The first signs of fall are evident in the hues of orange and red trees that line the pathway of Valley Children’s Place Drive, leading up to Valley Children’s Hospital in Madera. Inside a large conference room, at the bottom level of the premier pediatric medical center, students from the College of Health and Human Services (CHHS) at Fresno State have gathered on a midday afternoon for the first in a series of Interprofessional Education Workshops, organized by CHHS and Valley Children’s.
A glance around the room shows a mix of disciplines, both at the professional and student level. At a large round table sits speech-language pathology senior Melissa Arseneau and just across from her are students specializing in the fields of social work and physical therapy. To either side of them are health care professionals from Valley Children’s, ranging from registered nurses to physicians. At each of the 16 tables, the intermixed groups are engaged in thorough conversation. The room is abuzz with excitement.
A total of 97 students, at the undergraduate and graduate levels, majoring in nursing, physical therapy, social work, therapeutic recreation and speech-language pathology participated in the November 12th workshop. Together, they collaborated on a case study with the 63 pediatric health care professionals on hand, including physicians, registered nurses, social workers, occupational therapists, physical therapists, pharmacists and medical doctors, to name a few.
The workshop has been a year in the making, said Dr. Marie Gilbert, a lecturer in the School of Nursing at Fresno State, and one of the lead faculty coordinating the workshop. Bringing the two groups together was essential, as it allowed for the implementation of innovative interprofessional best practices that will positively impact the health of the Central Valley community.
“Our students had the opportunity to work with other students from similar professions, as well as work with licensed providers, physicians, and pharmacists on working through a case study about a patient and some ethical concerns that were had,” said Gilbert. “The students not only had the opportunity to learn more about their profession, but also learn about professions they will be working with when they graduate from Fresno State. The opportunity to discuss the case with real physicians was exciting.”
Just on the floor above the workshop, healthcare professionals from Valley Children’s are tending to their young patients, making this the perfect setting for the workshop. In fact, Valley Children’s is a familiar place for many of students in attendance, who are currently interning or have completed their internships or externships at the hospital.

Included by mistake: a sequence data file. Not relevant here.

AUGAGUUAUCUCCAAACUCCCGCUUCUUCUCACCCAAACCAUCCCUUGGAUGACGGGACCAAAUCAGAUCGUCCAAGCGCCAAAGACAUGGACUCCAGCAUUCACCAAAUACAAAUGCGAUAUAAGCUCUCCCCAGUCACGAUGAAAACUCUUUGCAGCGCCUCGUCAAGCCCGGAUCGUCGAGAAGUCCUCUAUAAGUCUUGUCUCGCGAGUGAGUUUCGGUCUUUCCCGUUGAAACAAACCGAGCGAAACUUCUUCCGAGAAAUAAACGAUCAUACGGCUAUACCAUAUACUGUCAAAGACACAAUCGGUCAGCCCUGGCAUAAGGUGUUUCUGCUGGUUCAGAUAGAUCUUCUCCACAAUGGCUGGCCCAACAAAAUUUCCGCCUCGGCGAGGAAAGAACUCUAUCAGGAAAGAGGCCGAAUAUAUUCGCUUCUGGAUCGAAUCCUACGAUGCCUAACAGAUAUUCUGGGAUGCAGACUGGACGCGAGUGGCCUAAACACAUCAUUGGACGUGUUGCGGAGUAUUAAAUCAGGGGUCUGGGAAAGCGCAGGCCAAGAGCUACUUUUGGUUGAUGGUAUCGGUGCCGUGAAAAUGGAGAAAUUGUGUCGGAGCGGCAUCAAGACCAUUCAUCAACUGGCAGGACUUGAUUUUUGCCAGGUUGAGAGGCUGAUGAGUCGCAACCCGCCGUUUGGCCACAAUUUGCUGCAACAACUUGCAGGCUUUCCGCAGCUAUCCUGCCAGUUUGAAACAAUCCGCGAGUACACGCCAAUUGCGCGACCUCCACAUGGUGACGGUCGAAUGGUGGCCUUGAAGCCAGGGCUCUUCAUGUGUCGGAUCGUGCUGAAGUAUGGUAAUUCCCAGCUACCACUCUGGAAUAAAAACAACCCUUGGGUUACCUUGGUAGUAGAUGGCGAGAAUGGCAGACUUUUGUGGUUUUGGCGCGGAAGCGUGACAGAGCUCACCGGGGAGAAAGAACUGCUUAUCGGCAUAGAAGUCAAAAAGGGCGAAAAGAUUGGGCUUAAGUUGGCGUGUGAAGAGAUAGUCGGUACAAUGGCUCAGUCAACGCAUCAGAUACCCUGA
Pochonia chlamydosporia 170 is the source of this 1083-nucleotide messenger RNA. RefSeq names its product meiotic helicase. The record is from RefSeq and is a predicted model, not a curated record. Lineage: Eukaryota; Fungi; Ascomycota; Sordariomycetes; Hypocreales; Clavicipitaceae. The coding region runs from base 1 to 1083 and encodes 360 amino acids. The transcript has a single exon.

The workshop, and overall collaboration, ultimately allows students to optimize current use of pediatric interprofessional stimulation between Fresno State and Valley Children’s to maximize learning opportunities at the hospital, which is one of the largest of its kind in the U.S.
“The workshop was a very rich and inviting experience for us Fresno State students,” said Arseneau. “During our studies at Fresno state, many of us students don’t get the opportunity to branch out and work with students outside of our majors. However, this workshop gave us just that. It gave us the opportunity to intermingle between the different majors and professions within the health fields.”
A primary element of the workshop was the infusion of Core Competencies for Interprofessional Collaborative Practice – a learning process that prepares all health profession students to work together with the common goal of building a safer and better patient-centered and community/population oriented U.S. health care system.
The 90-minute workshop began with a description of a case study that touched on the first competency: values and ethics for interprofessional practice. In this case, it focused on Hmong culture and the idea of western medicine versus cultural beliefs of medical care.
First, the groups worked together within their shared disciplines to discuss the case from their individual perspectives based on their own knowledge and expertise. For the second half of the workshop, the groups were separated so that each table had different disciplines represented. From there, discussions took on a collaborative approach.
The validity of ethics is something third-year Doctor of Physical Therapy student, David Quenzer, came away with.
“As a physical therapist, we’re always in relationship with family, the M.D. and all the health professionals, so today was a great experience, in knowing whose realm it is as far as ethics in concerned,” said Quenzer.
The other elements that form the framework for the development of interprofessional education values and core competencies found their way into each discussion, as would naturally happen.